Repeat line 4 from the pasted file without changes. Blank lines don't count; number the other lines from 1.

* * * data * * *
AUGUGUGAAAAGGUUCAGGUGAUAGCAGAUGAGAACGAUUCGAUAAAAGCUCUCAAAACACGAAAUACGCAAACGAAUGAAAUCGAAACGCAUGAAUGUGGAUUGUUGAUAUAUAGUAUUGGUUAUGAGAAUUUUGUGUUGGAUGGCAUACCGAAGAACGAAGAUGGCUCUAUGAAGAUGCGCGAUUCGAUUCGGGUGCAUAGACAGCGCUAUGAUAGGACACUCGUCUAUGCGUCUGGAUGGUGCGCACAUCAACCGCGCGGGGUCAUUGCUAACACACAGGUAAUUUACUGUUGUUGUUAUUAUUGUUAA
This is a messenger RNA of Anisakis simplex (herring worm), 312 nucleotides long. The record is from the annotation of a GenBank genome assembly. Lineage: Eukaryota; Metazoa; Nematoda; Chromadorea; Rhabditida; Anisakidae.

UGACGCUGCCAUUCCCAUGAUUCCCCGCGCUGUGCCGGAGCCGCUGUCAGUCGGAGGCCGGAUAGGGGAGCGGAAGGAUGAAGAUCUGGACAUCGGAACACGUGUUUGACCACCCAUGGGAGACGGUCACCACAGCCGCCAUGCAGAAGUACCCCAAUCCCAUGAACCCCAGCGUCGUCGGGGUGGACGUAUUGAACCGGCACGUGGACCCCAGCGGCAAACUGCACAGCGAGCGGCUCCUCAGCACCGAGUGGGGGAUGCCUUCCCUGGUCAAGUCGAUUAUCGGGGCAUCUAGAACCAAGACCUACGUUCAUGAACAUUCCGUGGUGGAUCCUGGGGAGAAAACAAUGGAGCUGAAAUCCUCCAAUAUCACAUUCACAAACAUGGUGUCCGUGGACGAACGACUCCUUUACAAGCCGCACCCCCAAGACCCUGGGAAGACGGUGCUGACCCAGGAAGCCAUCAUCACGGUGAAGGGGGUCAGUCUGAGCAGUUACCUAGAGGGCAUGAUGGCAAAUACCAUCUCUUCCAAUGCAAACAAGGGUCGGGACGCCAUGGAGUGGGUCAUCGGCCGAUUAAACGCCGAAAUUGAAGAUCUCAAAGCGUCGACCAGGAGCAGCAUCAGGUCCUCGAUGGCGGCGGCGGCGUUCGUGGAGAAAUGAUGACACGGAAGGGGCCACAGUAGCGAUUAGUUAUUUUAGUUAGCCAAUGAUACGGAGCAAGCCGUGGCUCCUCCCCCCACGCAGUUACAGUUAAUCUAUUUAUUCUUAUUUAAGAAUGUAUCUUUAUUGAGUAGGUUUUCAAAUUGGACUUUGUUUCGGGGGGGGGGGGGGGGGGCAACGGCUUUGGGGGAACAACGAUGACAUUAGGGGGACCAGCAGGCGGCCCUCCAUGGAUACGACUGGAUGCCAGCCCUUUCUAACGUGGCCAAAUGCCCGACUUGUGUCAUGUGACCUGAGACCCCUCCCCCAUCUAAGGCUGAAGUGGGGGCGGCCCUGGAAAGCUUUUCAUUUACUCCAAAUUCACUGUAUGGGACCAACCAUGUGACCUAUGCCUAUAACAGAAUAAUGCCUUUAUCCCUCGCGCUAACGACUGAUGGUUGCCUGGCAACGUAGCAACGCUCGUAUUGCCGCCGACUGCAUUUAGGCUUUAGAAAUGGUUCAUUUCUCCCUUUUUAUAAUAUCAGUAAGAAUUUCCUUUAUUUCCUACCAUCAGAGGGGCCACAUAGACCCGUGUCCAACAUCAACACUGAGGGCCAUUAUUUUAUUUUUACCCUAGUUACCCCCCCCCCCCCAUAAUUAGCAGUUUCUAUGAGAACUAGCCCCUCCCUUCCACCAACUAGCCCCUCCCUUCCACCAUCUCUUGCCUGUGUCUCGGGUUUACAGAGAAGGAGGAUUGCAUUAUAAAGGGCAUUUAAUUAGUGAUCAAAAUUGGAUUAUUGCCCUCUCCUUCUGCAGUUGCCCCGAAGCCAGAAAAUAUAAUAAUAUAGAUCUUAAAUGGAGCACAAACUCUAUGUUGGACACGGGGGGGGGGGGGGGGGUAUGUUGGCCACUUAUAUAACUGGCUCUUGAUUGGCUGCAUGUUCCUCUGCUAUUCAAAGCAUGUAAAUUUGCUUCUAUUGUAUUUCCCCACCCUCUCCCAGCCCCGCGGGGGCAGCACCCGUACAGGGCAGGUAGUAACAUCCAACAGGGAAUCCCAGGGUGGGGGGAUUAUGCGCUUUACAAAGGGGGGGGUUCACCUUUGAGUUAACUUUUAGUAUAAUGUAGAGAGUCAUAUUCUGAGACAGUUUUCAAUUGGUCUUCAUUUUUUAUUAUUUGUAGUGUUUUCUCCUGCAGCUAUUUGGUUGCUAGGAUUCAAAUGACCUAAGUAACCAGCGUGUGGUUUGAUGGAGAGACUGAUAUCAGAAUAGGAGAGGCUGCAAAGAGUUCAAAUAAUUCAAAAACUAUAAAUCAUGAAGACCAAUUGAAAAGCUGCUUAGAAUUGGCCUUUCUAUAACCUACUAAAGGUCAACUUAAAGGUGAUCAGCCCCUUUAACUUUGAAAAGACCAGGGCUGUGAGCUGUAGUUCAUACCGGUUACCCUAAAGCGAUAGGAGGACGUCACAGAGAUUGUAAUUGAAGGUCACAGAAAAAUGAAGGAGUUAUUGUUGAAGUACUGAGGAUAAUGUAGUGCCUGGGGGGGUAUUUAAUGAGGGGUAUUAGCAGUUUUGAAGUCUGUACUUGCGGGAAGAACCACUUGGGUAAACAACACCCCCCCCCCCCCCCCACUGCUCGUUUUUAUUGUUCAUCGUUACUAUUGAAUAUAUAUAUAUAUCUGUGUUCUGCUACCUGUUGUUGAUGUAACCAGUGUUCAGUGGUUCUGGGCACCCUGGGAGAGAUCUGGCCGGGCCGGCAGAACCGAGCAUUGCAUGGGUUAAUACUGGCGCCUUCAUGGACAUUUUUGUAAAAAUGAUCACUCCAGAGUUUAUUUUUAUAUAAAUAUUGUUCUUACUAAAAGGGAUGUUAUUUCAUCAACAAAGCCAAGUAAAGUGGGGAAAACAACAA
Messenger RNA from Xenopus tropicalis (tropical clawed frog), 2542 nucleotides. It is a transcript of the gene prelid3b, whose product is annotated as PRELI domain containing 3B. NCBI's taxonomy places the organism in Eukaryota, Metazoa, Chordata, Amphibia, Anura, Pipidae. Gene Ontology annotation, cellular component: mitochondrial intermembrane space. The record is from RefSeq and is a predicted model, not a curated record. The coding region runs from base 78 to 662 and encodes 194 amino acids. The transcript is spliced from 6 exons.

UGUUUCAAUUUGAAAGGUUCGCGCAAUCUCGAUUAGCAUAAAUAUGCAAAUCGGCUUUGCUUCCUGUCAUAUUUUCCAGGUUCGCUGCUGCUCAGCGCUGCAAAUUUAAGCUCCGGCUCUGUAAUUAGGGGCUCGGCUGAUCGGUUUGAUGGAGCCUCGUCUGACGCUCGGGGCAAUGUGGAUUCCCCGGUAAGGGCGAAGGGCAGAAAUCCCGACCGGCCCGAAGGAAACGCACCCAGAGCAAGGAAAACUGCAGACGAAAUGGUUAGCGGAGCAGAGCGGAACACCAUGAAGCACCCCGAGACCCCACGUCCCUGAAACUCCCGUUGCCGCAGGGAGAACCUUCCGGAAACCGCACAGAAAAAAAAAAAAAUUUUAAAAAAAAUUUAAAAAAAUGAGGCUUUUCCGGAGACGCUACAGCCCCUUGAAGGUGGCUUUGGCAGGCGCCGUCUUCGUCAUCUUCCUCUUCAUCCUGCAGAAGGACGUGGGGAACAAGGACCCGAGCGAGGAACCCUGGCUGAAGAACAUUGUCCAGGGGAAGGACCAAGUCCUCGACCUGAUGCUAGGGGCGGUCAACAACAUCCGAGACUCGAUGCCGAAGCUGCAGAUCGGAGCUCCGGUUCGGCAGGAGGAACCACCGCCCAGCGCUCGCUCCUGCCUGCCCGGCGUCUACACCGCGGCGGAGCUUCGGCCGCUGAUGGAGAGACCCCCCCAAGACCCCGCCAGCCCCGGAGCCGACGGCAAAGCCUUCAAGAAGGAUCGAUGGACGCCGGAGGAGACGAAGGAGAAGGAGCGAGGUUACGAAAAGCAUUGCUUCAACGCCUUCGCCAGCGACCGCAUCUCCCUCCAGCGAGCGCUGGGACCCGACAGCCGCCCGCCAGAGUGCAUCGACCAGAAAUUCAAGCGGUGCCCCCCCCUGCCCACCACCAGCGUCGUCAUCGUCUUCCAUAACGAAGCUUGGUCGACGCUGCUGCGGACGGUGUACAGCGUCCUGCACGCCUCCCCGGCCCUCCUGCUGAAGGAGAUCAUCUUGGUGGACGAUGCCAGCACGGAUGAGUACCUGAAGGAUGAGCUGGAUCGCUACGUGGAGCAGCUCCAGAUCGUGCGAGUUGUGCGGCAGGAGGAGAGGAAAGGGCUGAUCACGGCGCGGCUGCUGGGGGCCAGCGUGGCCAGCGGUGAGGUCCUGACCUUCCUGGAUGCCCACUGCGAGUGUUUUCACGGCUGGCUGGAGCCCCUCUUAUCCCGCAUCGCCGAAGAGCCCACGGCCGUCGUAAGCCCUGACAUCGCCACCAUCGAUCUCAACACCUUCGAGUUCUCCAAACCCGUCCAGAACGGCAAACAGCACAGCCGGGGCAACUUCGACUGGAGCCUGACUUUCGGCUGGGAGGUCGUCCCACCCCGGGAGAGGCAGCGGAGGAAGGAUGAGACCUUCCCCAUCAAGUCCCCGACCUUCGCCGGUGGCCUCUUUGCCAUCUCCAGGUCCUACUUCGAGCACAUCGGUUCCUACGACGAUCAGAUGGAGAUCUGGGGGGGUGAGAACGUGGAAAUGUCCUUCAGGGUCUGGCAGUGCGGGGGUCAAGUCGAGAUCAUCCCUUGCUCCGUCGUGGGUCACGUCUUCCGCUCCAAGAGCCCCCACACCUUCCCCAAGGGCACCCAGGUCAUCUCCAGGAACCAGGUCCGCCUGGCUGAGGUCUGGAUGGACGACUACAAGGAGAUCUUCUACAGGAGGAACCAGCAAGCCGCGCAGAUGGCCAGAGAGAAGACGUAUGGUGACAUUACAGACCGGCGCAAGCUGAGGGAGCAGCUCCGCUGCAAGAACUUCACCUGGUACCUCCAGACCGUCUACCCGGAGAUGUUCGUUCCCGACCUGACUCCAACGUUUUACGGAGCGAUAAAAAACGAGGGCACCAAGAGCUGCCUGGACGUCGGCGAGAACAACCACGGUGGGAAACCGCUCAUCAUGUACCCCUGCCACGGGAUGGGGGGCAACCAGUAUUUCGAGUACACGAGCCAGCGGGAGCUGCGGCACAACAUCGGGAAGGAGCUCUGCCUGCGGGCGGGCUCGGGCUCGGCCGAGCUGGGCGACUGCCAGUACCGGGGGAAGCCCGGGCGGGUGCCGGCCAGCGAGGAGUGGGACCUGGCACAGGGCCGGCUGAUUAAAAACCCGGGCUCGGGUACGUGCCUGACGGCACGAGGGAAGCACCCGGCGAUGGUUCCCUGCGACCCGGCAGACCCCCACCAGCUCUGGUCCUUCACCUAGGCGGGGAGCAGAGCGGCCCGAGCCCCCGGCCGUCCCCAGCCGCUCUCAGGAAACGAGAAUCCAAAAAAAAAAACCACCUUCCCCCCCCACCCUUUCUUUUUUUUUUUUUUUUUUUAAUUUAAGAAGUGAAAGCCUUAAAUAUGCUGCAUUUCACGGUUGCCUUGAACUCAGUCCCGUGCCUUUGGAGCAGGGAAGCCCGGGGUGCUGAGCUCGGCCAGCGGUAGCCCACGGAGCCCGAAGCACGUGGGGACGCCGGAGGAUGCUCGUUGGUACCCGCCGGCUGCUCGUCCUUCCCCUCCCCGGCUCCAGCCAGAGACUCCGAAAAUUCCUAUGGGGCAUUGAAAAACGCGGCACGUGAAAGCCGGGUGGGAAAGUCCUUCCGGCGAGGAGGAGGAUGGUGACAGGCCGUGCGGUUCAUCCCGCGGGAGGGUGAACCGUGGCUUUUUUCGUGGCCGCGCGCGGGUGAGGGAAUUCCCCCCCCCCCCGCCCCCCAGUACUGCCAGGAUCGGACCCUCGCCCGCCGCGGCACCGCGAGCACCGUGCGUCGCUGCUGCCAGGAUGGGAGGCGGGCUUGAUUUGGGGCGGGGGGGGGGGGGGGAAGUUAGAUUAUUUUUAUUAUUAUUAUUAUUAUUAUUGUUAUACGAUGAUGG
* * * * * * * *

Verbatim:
Messenger RNA from Xenopus tropicalis (tropical clawed frog), 2542 nucleotides. It is a transcript of the gene prelid3b, whose product is annotated as PRELI domain containing 3B. NCBI's taxonomy places the organism in Eukaryota, Metazoa, Chordata, Amphibia, Anura, Pipidae. Gene Ontology annotation, cellular component: mitochondrial intermembrane space. The record is from RefSeq and is a predicted model, not a curated record. The coding region runs from base 78 to 662 and encodes 194 amino acids. The transcript is spliced from 6 exons.